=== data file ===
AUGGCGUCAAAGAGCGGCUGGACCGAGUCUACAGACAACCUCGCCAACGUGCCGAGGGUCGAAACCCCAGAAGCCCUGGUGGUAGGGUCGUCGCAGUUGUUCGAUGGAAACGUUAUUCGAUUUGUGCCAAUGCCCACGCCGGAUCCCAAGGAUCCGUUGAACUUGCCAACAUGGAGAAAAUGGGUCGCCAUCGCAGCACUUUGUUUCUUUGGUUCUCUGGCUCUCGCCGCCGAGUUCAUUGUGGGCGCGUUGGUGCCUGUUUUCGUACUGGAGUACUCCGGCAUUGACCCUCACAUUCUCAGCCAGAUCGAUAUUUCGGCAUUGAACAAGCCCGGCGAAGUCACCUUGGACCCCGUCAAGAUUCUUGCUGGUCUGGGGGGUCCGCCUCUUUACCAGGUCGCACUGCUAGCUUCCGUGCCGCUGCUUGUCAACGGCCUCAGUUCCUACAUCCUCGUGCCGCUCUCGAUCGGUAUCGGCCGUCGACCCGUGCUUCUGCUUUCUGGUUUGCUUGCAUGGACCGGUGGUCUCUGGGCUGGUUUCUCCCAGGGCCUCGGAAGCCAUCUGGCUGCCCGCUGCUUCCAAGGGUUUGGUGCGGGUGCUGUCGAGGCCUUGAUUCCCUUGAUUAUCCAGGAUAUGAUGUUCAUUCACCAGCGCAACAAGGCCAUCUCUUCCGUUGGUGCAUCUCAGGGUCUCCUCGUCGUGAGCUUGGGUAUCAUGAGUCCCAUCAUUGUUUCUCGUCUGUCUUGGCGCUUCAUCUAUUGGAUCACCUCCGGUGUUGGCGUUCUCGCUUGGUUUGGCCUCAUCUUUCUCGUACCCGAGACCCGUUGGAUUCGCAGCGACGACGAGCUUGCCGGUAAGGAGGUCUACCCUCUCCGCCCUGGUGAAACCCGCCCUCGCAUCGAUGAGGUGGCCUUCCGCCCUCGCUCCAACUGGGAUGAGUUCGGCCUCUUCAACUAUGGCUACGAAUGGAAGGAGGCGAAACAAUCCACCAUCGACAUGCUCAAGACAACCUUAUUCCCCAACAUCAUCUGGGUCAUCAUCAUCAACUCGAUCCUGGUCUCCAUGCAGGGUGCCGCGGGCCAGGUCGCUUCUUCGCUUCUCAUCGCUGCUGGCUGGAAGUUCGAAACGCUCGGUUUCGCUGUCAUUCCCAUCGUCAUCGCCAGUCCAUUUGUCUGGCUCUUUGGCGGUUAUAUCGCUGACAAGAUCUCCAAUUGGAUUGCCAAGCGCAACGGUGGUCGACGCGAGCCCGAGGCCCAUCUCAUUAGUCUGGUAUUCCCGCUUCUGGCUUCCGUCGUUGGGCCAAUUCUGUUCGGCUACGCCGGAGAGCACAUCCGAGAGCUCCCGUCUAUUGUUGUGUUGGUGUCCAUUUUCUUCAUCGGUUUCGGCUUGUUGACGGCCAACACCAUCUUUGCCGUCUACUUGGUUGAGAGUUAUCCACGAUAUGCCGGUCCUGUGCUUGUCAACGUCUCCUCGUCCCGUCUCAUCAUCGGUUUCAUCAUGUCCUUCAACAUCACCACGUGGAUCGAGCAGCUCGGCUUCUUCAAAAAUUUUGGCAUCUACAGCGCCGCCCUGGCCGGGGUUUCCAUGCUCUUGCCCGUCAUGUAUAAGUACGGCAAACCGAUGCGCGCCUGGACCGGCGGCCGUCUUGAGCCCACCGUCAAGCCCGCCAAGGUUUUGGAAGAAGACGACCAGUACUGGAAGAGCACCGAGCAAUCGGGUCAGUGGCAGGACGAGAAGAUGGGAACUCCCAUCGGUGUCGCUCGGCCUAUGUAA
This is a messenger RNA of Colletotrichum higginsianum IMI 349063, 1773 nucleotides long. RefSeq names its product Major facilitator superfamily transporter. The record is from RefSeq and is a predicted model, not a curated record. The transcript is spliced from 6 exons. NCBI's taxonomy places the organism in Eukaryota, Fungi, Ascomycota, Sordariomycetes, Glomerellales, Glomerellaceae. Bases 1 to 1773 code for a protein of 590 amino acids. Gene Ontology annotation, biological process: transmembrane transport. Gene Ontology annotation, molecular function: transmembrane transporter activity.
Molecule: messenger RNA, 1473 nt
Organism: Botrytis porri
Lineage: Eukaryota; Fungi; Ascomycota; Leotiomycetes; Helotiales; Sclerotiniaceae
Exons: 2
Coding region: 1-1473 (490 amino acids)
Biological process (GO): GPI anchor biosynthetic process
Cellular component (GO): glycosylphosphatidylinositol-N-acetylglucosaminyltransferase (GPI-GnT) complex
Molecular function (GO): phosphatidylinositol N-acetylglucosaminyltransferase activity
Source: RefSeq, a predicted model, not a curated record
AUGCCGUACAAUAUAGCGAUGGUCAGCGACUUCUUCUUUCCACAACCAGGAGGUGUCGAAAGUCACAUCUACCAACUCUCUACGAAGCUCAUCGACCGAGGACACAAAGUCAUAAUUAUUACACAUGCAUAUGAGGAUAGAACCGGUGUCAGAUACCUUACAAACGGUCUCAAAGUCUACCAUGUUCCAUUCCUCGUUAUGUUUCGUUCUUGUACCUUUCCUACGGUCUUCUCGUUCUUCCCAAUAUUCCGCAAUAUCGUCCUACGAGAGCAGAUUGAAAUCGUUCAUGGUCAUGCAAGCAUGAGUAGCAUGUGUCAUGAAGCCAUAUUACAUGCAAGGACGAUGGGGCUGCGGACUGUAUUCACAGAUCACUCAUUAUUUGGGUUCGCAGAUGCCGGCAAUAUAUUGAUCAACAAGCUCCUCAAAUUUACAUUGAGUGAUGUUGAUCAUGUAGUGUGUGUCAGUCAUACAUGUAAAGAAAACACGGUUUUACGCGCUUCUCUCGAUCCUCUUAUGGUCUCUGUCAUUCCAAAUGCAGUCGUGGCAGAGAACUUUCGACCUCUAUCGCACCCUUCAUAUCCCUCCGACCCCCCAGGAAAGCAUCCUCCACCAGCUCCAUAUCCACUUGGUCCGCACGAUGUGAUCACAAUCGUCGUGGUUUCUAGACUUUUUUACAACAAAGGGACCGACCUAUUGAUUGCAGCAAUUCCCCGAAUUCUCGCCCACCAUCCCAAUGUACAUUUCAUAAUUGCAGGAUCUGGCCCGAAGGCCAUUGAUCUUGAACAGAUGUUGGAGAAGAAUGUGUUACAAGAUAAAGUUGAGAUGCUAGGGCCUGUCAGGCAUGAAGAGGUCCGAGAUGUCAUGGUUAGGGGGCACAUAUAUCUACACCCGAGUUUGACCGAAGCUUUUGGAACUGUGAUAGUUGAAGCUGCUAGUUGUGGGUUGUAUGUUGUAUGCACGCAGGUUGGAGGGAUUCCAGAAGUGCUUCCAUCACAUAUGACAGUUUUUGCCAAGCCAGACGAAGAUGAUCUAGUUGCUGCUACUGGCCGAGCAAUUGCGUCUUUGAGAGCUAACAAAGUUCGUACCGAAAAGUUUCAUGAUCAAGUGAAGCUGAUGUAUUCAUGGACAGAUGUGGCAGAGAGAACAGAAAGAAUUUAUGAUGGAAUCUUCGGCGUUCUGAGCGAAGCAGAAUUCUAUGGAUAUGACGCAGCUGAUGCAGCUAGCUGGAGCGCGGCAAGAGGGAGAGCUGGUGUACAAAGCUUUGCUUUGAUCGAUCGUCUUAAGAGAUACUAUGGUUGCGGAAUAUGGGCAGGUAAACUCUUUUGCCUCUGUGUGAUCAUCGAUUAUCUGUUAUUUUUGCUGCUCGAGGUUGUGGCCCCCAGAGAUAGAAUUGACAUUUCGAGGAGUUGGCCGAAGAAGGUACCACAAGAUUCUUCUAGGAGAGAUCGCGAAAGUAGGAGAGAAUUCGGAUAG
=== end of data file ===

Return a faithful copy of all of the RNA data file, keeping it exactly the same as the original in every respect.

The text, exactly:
AUGGCGUCAAAGAGCGGCUGGACCGAGUCUACAGACAACCUCGCCAACGUGCCGAGGGUCGAAACCCCAGAAGCCCUGGUGGUAGGGUCGUCGCAGUUGUUCGAUGGAAACGUUAUUCGAUUUGUGCCAAUGCCCACGCCGGAUCCCAAGGAUCCGUUGAACUUGCCAACAUGGAGAAAAUGGGUCGCCAUCGCAGCACUUUGUUUCUUUGGUUCUCUGGCUCUCGCCGCCGAGUUCAUUGUGGGCGCGUUGGUGCCUGUUUUCGUACUGGAGUACUCCGGCAUUGACCCUCACAUUCUCAGCCAGAUCGAUAUUUCGGCAUUGAACAAGCCCGGCGAAGUCACCUUGGACCCCGUCAAGAUUCUUGCUGGUCUGGGGGGUCCGCCUCUUUACCAGGUCGCACUGCUAGCUUCCGUGCCGCUGCUUGUCAACGGCCUCAGUUCCUACAUCCUCGUGCCGCUCUCGAUCGGUAUCGGCCGUCGACCCGUGCUUCUGCUUUCUGGUUUGCUUGCAUGGACCGGUGGUCUCUGGGCUGGUUUCUCCCAGGGCCUCGGAAGCCAUCUGGCUGCCCGCUGCUUCCAAGGGUUUGGUGCGGGUGCUGUCGAGGCCUUGAUUCCCUUGAUUAUCCAGGAUAUGAUGUUCAUUCACCAGCGCAACAAGGCCAUCUCUUCCGUUGGUGCAUCUCAGGGUCUCCUCGUCGUGAGCUUGGGUAUCAUGAGUCCCAUCAUUGUUUCUCGUCUGUCUUGGCGCUUCAUCUAUUGGAUCACCUCCGGUGUUGGCGUUCUCGCUUGGUUUGGCCUCAUCUUUCUCGUACCCGAGACCCGUUGGAUUCGCAGCGACGACGAGCUUGCCGGUAAGGAGGUCUACCCUCUCCGCCCUGGUGAAACCCGCCCUCGCAUCGAUGAGGUGGCCUUCCGCCCUCGCUCCAACUGGGAUGAGUUCGGCCUCUUCAACUAUGGCUACGAAUGGAAGGAGGCGAAACAAUCCACCAUCGACAUGCUCAAGACAACCUUAUUCCCCAACAUCAUCUGGGUCAUCAUCAUCAACUCGAUCCUGGUCUCCAUGCAGGGUGCCGCGGGCCAGGUCGCUUCUUCGCUUCUCAUCGCUGCUGGCUGGAAGUUCGAAACGCUCGGUUUCGCUGUCAUUCCCAUCGUCAUCGCCAGUCCAUUUGUCUGGCUCUUUGGCGGUUAUAUCGCUGACAAGAUCUCCAAUUGGAUUGCCAAGCGCAACGGUGGUCGACGCGAGCCCGAGGCCCAUCUCAUUAGUCUGGUAUUCCCGCUUCUGGCUUCCGUCGUUGGGCCAAUUCUGUUCGGCUACGCCGGAGAGCACAUCCGAGAGCUCCCGUCUAUUGUUGUGUUGGUGUCCAUUUUCUUCAUCGGUUUCGGCUUGUUGACGGCCAACACCAUCUUUGCCGUCUACUUGGUUGAGAGUUAUCCACGAUAUGCCGGUCCUGUGCUUGUCAACGUCUCCUCGUCCCGUCUCAUCAUCGGUUUCAUCAUGUCCUUCAACAUCACCACGUGGAUCGAGCAGCUCGGCUUCUUCAAAAAUUUUGGCAUCUACAGCGCCGCCCUGGCCGGGGUUUCCAUGCUCUUGCCCGUCAUGUAUAAGUACGGCAAACCGAUGCGCGCCUGGACCGGCGGCCGUCUUGAGCCCACCGUCAAGCCCGCCAAGGUUUUGGAAGAAGACGACCAGUACUGGAAGAGCACCGAGCAAUCGGGUCAGUGGCAGGACGAGAAGAUGGGAACUCCCAUCGGUGUCGCUCGGCCUAUGUAA
This is a messenger RNA of Colletotrichum higginsianum IMI 349063, 1773 nucleotides long. RefSeq names its product Major facilitator superfamily transporter. The record is from RefSeq and is a predicted model, not a curated record. The transcript is spliced from 6 exons. NCBI's taxonomy places the organism in Eukaryota, Fungi, Ascomycota, Sordariomycetes, Glomerellales, Glomerellaceae. Bases 1 to 1773 code for a protein of 590 amino acids. Gene Ontology annotation, biological process: transmembrane transport. Gene Ontology annotation, molecular function: transmembrane transporter activity.
Molecule: messenger RNA, 1473 nt
Organism: Botrytis porri
Lineage: Eukaryota; Fungi; Ascomycota; Leotiomycetes; Helotiales; Sclerotiniaceae
Exons: 2
Coding region: 1-1473 (490 amino acids)
Biological process (GO): GPI anchor biosynthetic process
Cellular component (GO): glycosylphosphatidylinositol-N-acetylglucosaminyltransferase (GPI-GnT) complex
Molecular function (GO): phosphatidylinositol N-acetylglucosaminyltransferase activity
Source: RefSeq, a predicted model, not a curated record
AUGCCGUACAAUAUAGCGAUGGUCAGCGACUUCUUCUUUCCACAACCAGGAGGUGUCGAAAGUCACAUCUACCAACUCUCUACGAAGCUCAUCGACCGAGGACACAAAGUCAUAAUUAUUACACAUGCAUAUGAGGAUAGAACCGGUGUCAGAUACCUUACAAACGGUCUCAAAGUCUACCAUGUUCCAUUCCUCGUUAUGUUUCGUUCUUGUACCUUUCCUACGGUCUUCUCGUUCUUCCCAAUAUUCCGCAAUAUCGUCCUACGAGAGCAGAUUGAAAUCGUUCAUGGUCAUGCAAGCAUGAGUAGCAUGUGUCAUGAAGCCAUAUUACAUGCAAGGACGAUGGGGCUGCGGACUGUAUUCACAGAUCACUCAUUAUUUGGGUUCGCAGAUGCCGGCAAUAUAUUGAUCAACAAGCUCCUCAAAUUUACAUUGAGUGAUGUUGAUCAUGUAGUGUGUGUCAGUCAUACAUGUAAAGAAAACACGGUUUUACGCGCUUCUCUCGAUCCUCUUAUGGUCUCUGUCAUUCCAAAUGCAGUCGUGGCAGAGAACUUUCGACCUCUAUCGCACCCUUCAUAUCCCUCCGACCCCCCAGGAAAGCAUCCUCCACCAGCUCCAUAUCCACUUGGUCCGCACGAUGUGAUCACAAUCGUCGUGGUUUCUAGACUUUUUUACAACAAAGGGACCGACCUAUUGAUUGCAGCAAUUCCCCGAAUUCUCGCCCACCAUCCCAAUGUACAUUUCAUAAUUGCAGGAUCUGGCCCGAAGGCCAUUGAUCUUGAACAGAUGUUGGAGAAGAAUGUGUUACAAGAUAAAGUUGAGAUGCUAGGGCCUGUCAGGCAUGAAGAGGUCCGAGAUGUCAUGGUUAGGGGGCACAUAUAUCUACACCCGAGUUUGACCGAAGCUUUUGGAACUGUGAUAGUUGAAGCUGCUAGUUGUGGGUUGUAUGUUGUAUGCACGCAGGUUGGAGGGAUUCCAGAAGUGCUUCCAUCACAUAUGACAGUUUUUGCCAAGCCAGACGAAGAUGAUCUAGUUGCUGCUACUGGCCGAGCAAUUGCGUCUUUGAGAGCUAACAAAGUUCGUACCGAAAAGUUUCAUGAUCAAGUGAAGCUGAUGUAUUCAUGGACAGAUGUGGCAGAGAGAACAGAAAGAAUUUAUGAUGGAAUCUUCGGCGUUCUGAGCGAAGCAGAAUUCUAUGGAUAUGACGCAGCUGAUGCAGCUAGCUGGAGCGCGGCAAGAGGGAGAGCUGGUGUACAAAGCUUUGCUUUGAUCGAUCGUCUUAAGAGAUACUAUGGUUGCGGAAUAUGGGCAGGUAAACUCUUUUGCCUCUGUGUGAUCAUCGAUUAUCUGUUAUUUUUGCUGCUCGAGGUUGUGGCCCCCAGAGAUAGAAUUGACAUUUCGAGGAGUUGGCCGAAGAAGGUACCACAAGAUUCUUCUAGGAGAGAUCGCGAAAGUAGGAGAGAAUUCGGAUAG